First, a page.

It takes a considerable amount of time and effort for an organization to implement all these security measures. Also, these should be continuously updated and maintained to ensure the safety of the API ecosystem, which can amount to a significant cost and effort burden. This is where the right API management solution becomes a lifesaver.

7 Areas you Shouldn’t Ignore When Selecting a Secure API Management Solution

The following aspects should be considered when choosing an API management solution for an organization. At the end of the day, the implementation layer accounts for a significant part of the security mechanism.

Here are 7 aspects to look at when evaluating an API management platform that offers first-class API security.

1. Developer Friendliness

API developers and system engineers play a key role in designing and implementing the final API management system. To make this process productive, the API management solution should be developer-friendly so that developers have the resources to rapidly configure, test, and deploy the security controls to the chosen system.

2. Supporting Modern Protocols

Since APIs have been adopted by many heterogeneous applications, there is a continuous need to support modern technologies and protocols such as Async APIs and GraphQL. This ensures that the system has the latest fixes, updates, and features, and can support multiple applications simultaneously.

3. Transport Layer Security

Transport layer security (TLS) is a pivotal technical aspect of a secure API management platform. This ensures the communications and information exchanged between the client and the API stay encrypted so that potential man-in-the-middle attacks can be prevented.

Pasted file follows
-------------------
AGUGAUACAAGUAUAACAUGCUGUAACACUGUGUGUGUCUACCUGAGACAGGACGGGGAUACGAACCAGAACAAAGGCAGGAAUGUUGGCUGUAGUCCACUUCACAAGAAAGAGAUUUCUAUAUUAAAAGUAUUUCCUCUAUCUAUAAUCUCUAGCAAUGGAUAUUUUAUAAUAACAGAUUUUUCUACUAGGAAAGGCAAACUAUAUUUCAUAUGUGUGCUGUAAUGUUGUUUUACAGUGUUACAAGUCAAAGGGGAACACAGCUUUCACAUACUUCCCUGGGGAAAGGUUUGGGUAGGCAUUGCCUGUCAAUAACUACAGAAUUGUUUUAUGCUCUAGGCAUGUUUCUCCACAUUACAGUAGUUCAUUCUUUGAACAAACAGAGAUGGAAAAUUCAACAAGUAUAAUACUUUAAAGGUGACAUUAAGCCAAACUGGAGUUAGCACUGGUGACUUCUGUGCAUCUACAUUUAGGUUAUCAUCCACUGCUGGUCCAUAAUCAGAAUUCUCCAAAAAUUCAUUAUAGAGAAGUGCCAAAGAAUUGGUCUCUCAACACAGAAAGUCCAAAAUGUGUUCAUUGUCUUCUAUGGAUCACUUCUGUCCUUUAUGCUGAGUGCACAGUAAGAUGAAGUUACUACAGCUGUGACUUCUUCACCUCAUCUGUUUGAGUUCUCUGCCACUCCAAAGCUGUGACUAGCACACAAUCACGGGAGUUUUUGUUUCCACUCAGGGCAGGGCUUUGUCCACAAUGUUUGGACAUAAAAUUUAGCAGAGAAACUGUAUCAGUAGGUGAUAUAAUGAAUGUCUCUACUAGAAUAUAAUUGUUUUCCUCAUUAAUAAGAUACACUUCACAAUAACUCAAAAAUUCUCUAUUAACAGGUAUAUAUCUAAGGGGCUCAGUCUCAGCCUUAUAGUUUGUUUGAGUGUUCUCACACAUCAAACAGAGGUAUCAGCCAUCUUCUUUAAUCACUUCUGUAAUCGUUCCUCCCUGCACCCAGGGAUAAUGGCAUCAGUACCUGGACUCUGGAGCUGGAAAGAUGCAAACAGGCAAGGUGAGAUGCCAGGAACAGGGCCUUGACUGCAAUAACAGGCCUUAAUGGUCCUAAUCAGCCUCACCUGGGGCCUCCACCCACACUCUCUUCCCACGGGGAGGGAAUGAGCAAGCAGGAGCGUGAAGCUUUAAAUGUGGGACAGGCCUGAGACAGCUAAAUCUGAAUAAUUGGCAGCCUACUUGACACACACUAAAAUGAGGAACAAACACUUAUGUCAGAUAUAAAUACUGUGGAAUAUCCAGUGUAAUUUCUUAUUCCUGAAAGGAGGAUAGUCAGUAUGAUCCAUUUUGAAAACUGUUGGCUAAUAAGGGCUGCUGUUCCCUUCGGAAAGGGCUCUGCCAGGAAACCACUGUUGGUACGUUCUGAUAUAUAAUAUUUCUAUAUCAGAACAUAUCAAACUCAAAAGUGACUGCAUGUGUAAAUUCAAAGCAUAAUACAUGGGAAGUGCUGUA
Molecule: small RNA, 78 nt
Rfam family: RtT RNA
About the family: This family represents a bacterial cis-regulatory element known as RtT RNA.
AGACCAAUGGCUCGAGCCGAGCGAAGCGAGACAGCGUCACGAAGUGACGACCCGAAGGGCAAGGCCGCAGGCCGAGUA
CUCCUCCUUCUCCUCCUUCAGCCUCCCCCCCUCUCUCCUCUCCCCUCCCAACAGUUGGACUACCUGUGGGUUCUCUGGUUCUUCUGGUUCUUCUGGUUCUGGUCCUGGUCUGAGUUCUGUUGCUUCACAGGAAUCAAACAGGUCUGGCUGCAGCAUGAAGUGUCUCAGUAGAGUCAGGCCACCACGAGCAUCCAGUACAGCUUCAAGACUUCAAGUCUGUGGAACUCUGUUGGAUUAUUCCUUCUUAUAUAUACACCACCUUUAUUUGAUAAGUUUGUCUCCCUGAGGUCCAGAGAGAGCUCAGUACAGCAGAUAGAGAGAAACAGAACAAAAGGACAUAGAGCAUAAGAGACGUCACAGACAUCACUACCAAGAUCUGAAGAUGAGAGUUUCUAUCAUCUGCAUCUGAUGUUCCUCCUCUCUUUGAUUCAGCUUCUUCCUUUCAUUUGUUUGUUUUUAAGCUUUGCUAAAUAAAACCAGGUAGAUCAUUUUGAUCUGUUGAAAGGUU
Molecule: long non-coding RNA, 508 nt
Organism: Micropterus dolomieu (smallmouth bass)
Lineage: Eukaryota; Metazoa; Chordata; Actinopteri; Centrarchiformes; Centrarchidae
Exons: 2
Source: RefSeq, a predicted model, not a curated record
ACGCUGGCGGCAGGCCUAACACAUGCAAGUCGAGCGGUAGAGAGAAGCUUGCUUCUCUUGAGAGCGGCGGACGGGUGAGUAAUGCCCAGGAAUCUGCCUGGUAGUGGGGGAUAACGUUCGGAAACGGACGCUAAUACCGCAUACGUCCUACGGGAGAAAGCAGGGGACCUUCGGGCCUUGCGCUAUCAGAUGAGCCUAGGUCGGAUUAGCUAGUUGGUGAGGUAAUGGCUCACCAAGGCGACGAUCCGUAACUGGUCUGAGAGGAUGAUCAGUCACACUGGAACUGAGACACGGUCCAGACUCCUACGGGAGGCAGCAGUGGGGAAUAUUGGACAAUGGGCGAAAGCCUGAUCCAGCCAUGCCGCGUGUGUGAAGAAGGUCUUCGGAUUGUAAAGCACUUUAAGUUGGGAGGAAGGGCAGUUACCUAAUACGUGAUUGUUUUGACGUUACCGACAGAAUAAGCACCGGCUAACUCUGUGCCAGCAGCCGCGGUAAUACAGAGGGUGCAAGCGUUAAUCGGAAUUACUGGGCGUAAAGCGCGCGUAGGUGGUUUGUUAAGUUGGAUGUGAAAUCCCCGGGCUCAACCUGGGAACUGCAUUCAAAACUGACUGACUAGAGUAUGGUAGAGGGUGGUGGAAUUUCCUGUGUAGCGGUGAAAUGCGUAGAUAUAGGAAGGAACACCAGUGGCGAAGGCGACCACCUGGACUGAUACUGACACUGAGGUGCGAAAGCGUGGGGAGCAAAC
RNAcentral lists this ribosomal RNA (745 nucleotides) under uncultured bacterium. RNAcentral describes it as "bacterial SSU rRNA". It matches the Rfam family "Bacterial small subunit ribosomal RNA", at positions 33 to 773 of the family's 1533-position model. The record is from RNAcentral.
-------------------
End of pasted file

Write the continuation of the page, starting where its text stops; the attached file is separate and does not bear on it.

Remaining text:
4. Application and User-level Security

In an API ecosystem, there might be hundreds of applications and users. End-to-end security or message-level security can be considered application-level security. User-level security restricts data or services on a need-to-know basis, mitigating the risk of a data breach. Both must be considered when evaluating API management systems.

5. Payload (or Content) Inspection

When exposing an API to a consumer, the API management layer must be able to inspect the payload sent and look for any malicious content before the payload is processed by the actual service to avoid intentional or unintentional misuse.

6. Using Advanced AI Algorithms

With sophisticated security attacks on APIs, AI-based security mechanisms often save a lot of time and effort when monitoring the security of the API ecosystem. When selling an API management solution, the support for AI-based security must be considered.

7. Extendability

There may be situations where users aren’t showing interest in leveraging in-built security capabilities. In such cases, there should be a way to plug an external IDP.


This post summarized the aspects enterprises need to address when creating a fully-secured API management solution. Keeping these in mind will help you to develop an API ecosystem that is trusted by your customers.

To learn more about today’s API security challenges and how to address them properly, we encourage you to read this article. Moreover, the Total Economic Impact Study by Forrester Consulting Analysts will give you detailed information about how to quickly pursue digital initiatives to achieve sustained growth, enhanced innovation, and first-class API security.